Our thoughts are disrupted by a flash of a meteor's trail. Fourth of July oohs and awes charge the air. But, the shooting star is gone much to quickly to fully enjoy its splendor. The Perseid shower is known to rise gradually to a peak, then fall off rapidly afterward. We have just missed the peak by a couple of days. The meteor shower is more of a sprinkle but intermittent with wonder and laughter from our group on the lake. Seeing a falling star is always special, however catching it with new friends while kayaking a high Sierra lake is simply magical. It is an experience we will remember for a lifetime.

Dan left a light flashing on the shore so we could find our way back. We had a campfire, a couple of bottles of wine and a full day of paddling waiting for us tomorrow.


Part Two of my trip to Loon Lake next week in Outside Adventure to the Max.

Friday, August 7, 2015


  The path of the paddle can be a means of getting things back to their original perspective. – Bill Mason, Path of the Paddle

 Its was a quiet morning on Lake Natoma earlier last week. A slight breeze passed over the water, causing barely a ripple. I could feel its coolness coming off the water and in the shade of the trees. It was a welcome relief from the daytime heat that usually blasts this valley.
I had beaten the rush. The parking lot of the Negro Bar access was still empty along with the rest of the lake. The usual array of Huki boats, sit-on-tops and fishermen had yet to arrive and the lake was pretty much mine for my own adventure.

I wasn't lost in the wilds of the BWCA or Desolation Wilderness. I was only a couple of miles from home and could hear the hum of traffic buzzing over the Folsom Avenue Bridge. But, I might as well have been. Because with each muffled stroke of my paddle, I slipped further away into nature's domain. 
Environmentalist and wilderness guide, Sigrud Olsen said  'There is magic in the feel of a paddle and the movement of a canoe, a magic compounded of distance, adventure, solitude, and peace. The way of a canoe is the way of the wilderness, and of a freedom almost forgotten."'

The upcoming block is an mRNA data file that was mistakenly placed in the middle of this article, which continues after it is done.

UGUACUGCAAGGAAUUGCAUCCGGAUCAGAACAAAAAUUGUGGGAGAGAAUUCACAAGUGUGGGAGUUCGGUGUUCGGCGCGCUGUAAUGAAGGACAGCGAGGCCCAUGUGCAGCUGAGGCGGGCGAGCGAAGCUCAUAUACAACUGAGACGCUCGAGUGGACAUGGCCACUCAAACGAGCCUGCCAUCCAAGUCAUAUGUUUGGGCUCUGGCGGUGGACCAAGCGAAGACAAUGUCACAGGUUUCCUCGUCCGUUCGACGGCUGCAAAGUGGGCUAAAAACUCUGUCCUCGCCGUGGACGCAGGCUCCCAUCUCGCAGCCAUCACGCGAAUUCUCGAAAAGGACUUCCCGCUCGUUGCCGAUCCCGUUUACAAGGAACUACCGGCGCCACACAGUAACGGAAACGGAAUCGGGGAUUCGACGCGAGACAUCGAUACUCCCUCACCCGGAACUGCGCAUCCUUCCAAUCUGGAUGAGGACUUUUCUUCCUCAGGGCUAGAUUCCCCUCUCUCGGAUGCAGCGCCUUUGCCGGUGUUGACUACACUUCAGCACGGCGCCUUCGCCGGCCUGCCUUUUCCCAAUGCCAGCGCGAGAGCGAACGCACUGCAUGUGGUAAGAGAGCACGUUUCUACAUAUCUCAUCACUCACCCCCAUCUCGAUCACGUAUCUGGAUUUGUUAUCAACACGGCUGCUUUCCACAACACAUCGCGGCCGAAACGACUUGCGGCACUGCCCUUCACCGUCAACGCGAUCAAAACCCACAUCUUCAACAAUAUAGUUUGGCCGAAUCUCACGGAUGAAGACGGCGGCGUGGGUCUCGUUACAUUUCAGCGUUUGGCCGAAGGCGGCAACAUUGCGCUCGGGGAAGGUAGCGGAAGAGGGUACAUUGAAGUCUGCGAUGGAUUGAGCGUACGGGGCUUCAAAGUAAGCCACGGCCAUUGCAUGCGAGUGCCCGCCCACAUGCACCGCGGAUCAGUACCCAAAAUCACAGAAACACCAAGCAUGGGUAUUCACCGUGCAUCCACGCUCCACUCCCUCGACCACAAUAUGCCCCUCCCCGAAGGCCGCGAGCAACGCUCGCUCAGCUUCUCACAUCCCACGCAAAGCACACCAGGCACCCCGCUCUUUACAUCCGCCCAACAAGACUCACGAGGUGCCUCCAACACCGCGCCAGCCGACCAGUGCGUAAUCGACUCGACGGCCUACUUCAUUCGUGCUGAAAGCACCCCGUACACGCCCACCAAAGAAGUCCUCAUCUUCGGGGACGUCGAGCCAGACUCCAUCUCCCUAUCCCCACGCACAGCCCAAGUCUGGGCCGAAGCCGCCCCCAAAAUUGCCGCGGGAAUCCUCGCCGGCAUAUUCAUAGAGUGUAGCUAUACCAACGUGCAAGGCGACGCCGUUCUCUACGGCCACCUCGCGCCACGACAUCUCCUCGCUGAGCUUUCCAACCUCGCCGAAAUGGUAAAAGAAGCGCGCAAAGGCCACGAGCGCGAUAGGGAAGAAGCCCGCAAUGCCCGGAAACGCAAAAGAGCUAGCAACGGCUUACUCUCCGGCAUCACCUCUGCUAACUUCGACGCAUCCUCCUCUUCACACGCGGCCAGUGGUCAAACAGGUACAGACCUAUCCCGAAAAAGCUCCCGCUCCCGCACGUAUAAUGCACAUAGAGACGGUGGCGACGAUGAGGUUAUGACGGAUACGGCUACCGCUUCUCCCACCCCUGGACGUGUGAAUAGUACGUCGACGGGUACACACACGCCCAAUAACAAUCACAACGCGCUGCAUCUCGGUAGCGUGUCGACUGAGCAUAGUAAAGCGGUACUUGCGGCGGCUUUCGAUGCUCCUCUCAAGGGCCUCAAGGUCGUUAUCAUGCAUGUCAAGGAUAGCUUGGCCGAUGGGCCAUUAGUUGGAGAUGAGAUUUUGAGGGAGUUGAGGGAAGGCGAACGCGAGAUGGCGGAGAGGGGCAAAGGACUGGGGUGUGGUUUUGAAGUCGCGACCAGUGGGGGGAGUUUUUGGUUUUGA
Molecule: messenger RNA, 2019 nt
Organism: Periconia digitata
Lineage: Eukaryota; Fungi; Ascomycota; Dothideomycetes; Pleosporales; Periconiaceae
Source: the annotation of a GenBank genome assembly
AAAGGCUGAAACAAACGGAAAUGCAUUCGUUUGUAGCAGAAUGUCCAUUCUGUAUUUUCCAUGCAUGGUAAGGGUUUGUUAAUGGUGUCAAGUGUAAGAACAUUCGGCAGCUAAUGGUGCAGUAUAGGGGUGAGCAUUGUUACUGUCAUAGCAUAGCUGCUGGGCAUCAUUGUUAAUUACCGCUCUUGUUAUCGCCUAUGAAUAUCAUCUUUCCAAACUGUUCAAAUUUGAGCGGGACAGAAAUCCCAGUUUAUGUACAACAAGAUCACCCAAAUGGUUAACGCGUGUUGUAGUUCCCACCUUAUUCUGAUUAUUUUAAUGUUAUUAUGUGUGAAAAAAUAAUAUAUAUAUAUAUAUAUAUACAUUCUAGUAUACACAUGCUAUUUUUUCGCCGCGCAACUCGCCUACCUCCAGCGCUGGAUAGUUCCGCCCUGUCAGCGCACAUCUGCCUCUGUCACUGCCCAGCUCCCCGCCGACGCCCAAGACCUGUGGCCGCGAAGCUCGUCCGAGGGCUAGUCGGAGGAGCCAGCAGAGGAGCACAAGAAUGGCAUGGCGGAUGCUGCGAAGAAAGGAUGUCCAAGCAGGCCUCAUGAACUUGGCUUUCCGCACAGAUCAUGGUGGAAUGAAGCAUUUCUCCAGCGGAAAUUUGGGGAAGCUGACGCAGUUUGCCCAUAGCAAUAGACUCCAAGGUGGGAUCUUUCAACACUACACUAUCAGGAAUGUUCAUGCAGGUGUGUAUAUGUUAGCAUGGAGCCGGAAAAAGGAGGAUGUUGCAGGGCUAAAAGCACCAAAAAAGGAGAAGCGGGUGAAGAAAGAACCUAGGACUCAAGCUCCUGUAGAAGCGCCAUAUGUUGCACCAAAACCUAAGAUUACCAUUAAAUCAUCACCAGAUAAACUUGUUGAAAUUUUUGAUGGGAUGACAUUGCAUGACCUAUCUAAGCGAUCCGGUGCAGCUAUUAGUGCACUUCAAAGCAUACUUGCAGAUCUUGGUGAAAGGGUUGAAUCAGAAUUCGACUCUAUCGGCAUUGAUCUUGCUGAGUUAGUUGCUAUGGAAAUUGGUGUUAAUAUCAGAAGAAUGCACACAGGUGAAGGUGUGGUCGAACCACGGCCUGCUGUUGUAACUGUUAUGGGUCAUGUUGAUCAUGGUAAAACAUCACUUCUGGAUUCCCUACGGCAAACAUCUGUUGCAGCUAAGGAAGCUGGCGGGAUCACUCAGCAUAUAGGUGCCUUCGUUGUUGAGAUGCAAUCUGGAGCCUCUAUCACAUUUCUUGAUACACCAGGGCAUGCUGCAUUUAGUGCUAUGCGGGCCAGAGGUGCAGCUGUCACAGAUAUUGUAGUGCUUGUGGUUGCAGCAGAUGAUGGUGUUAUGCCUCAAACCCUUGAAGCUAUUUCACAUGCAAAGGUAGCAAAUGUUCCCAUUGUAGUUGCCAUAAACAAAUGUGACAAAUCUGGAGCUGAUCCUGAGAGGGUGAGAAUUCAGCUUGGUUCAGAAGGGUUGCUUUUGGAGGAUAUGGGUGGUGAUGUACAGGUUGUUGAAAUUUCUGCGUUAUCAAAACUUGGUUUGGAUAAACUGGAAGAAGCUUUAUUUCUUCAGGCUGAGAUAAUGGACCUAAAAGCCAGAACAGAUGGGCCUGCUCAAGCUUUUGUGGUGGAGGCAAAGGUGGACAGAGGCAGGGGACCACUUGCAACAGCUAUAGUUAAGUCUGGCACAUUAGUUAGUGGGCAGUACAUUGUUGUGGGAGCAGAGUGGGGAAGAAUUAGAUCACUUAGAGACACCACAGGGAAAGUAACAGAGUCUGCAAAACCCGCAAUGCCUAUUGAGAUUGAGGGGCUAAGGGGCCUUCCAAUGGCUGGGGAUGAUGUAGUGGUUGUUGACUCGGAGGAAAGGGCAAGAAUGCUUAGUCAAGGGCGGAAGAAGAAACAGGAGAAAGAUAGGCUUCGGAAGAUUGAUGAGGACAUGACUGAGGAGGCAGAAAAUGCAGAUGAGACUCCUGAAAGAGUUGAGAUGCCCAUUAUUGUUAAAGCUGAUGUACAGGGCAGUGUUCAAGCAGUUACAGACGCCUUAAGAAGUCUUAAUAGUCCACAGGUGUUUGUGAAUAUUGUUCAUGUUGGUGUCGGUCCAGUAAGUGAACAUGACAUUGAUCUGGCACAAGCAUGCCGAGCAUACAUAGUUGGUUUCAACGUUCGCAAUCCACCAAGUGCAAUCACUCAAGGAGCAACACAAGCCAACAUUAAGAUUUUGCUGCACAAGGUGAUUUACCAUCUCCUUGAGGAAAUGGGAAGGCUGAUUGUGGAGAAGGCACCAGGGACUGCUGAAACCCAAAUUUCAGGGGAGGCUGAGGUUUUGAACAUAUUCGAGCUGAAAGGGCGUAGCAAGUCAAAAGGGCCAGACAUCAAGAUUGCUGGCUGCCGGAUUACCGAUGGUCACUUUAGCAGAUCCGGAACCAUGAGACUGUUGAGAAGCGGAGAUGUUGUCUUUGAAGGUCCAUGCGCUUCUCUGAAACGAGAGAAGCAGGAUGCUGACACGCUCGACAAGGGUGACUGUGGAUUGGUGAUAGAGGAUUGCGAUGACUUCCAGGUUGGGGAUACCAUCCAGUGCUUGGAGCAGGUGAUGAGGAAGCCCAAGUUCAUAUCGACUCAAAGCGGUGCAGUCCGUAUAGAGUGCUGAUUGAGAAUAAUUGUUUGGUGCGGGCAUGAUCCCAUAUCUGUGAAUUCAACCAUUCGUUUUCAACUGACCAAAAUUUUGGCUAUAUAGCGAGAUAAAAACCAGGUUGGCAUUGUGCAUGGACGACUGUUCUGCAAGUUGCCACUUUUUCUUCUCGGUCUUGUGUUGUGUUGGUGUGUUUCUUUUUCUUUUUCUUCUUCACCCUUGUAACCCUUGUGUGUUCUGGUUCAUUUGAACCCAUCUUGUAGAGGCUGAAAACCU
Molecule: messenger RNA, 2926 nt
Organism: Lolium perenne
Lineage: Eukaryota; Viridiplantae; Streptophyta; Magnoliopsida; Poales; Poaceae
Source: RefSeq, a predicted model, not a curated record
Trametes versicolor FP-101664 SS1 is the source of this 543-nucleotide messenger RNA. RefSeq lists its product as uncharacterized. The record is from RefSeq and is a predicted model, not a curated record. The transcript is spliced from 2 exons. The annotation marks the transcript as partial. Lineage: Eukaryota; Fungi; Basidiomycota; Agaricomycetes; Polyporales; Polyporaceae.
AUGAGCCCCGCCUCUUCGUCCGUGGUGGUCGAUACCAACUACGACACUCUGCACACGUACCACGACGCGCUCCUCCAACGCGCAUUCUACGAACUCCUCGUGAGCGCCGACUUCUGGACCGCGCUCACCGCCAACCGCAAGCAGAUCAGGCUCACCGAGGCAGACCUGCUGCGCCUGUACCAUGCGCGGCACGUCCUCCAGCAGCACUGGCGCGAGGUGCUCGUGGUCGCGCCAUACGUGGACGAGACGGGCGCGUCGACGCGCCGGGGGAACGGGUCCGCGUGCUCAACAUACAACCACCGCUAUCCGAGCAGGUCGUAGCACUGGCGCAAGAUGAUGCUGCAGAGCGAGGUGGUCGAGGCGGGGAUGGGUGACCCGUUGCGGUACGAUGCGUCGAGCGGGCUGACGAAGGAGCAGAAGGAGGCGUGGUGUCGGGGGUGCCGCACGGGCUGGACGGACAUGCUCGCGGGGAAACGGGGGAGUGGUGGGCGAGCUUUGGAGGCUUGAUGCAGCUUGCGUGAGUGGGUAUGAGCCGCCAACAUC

Alone in my thoughts and on the water, I felt a certain exuberance in this calm of tranquility. On a simple morning cruise around my neighborhood lake, I felt that same deliverance and enchantment that Olsen pontificated about his beloved northern lakes and forested wilderness.  I was minutes from the freeways, gas stations and fast food restaurants, yet the lake was still home to things wild. Ducks, geese, beaver and deer find the same sanctuary that I do near its waters.

It was effortless paddle for me, through and around the slough of the lake. The lake level has been a bit higher in the past few weeks making it easy way to navigate through the tiny rocky islands without scraping the bottom of the kayak. In the stillness, I brushed past the prickly blackberry bushes tangled up against the water. The berries hang over the water like gaudy ornaments. They were a lush tempting red, far from being ripe enough to pick and very tart to the taste. The black ripened juicy ones are few and out of reach.

Up near the Rainbow Bridge, the river has joined the lake. The cold water released from Folsom Dam only runs a short way as the American River before being captured again by the Nimbus Dam, creating the lake. I felt the slight tug of the current and hear the gentle sound of water flowing over the rocks. I marveled at the three-story canyon walls embracing the narrow river on both sides. Further up the Folsom Prison cable sign lets me go no farther. I put my kayak into the current and felt it turn me back downstream.  
 Over the Bow is a feature from Outside Adventure to the Max, telling the story behind the image. If you have a great picture with a great story, submit it to us at